Contraceptive pills are a safe and effective way of preventing pregnancy.
In an Australian first, a Liberal Nationals Government will increase access to the contraceptive pill by making it available over the counter from a pharmacist.
Joining a number of American states and over 100 countries around the world, including New Zealand, Victorian women will become the first in Australia to have access to the pill without the ongoing need for a prescription.
Making the pill available in pharmacies, after consultation with a pharmacist, will make it easier for a woman to access ongoing supply, improving adherence and ultimately fewer unintended pregnancies.
Women will be required to visit their GP in the first instance where a doctor will be able to conduct relevant health and family history checks to identify pre-existing risks. Following the initial prescription women will be able to access future courses of the pill from their local pharmacist, with appropriate consultation and screening.
The oral contraceptive pill will join the morning-after-pill and other commonly used medicines such as Ventolin which are provided without prescription with the supervision of a pharmacist.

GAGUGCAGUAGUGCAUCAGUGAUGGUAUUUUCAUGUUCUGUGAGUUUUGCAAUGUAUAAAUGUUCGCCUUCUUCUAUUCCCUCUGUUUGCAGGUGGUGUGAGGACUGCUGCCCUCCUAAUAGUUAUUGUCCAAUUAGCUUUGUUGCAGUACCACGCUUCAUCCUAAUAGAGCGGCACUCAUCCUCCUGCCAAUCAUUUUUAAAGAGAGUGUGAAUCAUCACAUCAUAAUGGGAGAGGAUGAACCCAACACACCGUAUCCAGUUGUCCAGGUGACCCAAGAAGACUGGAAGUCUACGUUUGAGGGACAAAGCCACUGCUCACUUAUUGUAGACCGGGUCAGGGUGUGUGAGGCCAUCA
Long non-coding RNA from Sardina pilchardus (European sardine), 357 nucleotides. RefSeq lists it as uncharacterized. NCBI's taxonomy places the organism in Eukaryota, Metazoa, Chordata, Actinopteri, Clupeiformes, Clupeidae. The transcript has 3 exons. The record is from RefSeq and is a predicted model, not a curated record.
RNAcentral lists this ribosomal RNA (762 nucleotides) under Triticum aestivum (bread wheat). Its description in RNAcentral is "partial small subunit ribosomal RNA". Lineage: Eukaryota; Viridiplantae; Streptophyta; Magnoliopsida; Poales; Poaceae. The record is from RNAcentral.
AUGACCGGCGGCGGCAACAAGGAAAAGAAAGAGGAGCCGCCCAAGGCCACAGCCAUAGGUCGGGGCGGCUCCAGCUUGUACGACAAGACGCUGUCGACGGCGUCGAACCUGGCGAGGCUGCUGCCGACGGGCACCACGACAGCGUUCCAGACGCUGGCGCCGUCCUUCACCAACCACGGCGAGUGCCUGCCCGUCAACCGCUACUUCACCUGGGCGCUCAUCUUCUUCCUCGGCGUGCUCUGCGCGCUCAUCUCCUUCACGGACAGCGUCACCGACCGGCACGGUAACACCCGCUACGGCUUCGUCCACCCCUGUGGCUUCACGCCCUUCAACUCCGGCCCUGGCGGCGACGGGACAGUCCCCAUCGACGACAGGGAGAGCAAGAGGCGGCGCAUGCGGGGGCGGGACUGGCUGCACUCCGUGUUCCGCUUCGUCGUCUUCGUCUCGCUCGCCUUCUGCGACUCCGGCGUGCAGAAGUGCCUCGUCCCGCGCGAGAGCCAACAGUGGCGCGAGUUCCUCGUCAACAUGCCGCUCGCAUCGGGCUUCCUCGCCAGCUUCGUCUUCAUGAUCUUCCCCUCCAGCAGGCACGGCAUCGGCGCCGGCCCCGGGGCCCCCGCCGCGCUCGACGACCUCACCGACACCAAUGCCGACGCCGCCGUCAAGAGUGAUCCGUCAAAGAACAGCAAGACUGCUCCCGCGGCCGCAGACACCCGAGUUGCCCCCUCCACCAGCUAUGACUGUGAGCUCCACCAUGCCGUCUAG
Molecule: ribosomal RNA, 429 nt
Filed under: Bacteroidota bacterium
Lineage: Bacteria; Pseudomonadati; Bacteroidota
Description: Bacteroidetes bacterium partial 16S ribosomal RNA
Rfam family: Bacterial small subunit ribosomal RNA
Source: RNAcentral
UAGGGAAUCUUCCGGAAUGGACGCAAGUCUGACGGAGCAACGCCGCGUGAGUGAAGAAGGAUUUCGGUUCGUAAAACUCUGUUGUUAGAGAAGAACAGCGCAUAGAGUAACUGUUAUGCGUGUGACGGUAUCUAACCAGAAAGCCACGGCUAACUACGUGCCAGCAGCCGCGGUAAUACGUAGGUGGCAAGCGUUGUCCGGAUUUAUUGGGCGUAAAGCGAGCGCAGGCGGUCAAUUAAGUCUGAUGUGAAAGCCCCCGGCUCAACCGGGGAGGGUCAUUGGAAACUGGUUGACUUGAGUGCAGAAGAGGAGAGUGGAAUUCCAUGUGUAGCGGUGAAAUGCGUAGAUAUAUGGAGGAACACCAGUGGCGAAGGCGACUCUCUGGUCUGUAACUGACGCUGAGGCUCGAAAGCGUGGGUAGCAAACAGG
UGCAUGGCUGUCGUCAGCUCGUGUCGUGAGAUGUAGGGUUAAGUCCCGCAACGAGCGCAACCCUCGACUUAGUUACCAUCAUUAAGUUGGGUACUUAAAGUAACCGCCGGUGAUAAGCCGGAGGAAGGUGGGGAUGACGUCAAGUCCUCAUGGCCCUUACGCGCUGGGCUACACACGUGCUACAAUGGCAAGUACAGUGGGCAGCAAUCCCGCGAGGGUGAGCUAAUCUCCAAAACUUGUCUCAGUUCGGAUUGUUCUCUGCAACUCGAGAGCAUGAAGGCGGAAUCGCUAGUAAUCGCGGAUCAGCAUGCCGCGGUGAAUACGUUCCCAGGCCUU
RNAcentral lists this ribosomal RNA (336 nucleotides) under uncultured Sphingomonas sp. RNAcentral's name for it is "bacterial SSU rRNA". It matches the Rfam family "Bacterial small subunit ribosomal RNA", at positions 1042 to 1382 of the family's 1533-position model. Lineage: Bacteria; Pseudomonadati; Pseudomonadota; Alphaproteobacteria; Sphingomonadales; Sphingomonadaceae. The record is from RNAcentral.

An implementation committee comprising medical professionals, pharmacists and women’s health specialists will be established to advise on the rollout including scheduling, guidelines, pharmacist training and safeguards.
It’s been estimated that approximately half of all Australian women have experienced an unplanned pregnancy. This can have a massive emotional and financial impact on women and why it’s important to ensure as many women as possible have access to the contraceptive of their choice.
With a pharmacist-dispensed non-prescription model for the pill, Victorian women will have greater control and better access.
As the cost of living increases, women will be able to access important contraceptives without the cost of visiting a GP every time. A GP visit costs on average $37.32 in Victoria. This is in addition to the cost of taking time off work and the cost of travelling to a local GP, which can be significant for rural or regional women.
The most recent ABS survey of patient experiences in Australia showed that 5% of women delayed seeing a GP in the previous 12 months due to cost, and 20% of women waited longer than they believed was acceptable to see the GP.
Women will be able to decide to visit a GP for a script for the Pill, which will attract a PBS subsidy, or attend their pharmacist for over the counter access to the pill.
The Liberal Nationals will enable women to have more control over their contraception choices and ease the cost of living.
Comments attributable to Shadow Minister for Health, Mary Wooldridge:
“The contraceptive pill is safe and effective, and we will ensure that women who choose to use it, can do so as easily as possible.
Women are completely capable of being in charge of their own contraception and this policy puts more control in their hands.
The consequences of unintended pregnancy can be serious financially and emotionally – we need to make sure that as many women as possible have access to the contraception of their choice.”